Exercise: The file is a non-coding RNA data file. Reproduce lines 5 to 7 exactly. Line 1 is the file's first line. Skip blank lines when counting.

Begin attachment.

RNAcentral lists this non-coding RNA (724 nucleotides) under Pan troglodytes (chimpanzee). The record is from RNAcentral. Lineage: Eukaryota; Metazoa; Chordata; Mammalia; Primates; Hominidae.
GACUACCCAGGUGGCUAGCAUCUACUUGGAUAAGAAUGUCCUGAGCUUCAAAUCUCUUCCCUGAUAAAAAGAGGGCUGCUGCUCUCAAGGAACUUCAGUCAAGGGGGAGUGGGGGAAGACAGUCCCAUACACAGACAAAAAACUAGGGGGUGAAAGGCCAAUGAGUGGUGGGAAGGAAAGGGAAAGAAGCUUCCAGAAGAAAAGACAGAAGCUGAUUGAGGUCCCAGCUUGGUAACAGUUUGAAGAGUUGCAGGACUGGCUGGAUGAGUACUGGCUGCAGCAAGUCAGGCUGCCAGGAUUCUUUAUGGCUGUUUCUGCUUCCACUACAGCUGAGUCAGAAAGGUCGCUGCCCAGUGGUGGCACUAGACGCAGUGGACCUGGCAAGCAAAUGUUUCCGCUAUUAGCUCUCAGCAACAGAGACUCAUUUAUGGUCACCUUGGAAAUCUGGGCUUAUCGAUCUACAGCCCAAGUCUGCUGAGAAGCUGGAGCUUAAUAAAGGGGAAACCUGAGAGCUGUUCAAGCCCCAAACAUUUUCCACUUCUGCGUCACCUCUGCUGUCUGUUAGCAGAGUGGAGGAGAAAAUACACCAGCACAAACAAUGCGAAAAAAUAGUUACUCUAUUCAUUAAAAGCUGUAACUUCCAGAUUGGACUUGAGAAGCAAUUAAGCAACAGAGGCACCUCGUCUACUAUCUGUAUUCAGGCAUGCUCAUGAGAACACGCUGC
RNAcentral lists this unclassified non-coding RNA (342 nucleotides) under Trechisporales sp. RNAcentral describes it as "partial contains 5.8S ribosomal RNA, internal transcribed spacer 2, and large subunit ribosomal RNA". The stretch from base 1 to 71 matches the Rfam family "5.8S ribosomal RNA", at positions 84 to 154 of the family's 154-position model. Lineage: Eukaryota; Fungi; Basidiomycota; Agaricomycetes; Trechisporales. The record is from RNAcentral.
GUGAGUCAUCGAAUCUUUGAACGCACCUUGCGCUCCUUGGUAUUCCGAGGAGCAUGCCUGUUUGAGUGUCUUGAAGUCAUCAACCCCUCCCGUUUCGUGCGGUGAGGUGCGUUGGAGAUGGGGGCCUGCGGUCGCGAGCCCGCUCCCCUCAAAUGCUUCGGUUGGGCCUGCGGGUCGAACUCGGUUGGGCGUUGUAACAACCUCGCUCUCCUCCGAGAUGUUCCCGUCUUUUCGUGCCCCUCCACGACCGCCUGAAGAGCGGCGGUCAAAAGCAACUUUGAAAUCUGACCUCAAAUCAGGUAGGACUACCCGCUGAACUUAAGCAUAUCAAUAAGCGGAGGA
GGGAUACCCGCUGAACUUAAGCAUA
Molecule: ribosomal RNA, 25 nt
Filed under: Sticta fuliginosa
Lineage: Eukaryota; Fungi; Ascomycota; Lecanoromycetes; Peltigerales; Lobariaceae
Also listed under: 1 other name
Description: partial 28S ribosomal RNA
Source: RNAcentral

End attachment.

GGGAUACCCGCUGAACUUAAGCAUA
Molecule: ribosomal RNA, 25 nt
Filed under: Sticta fuliginosa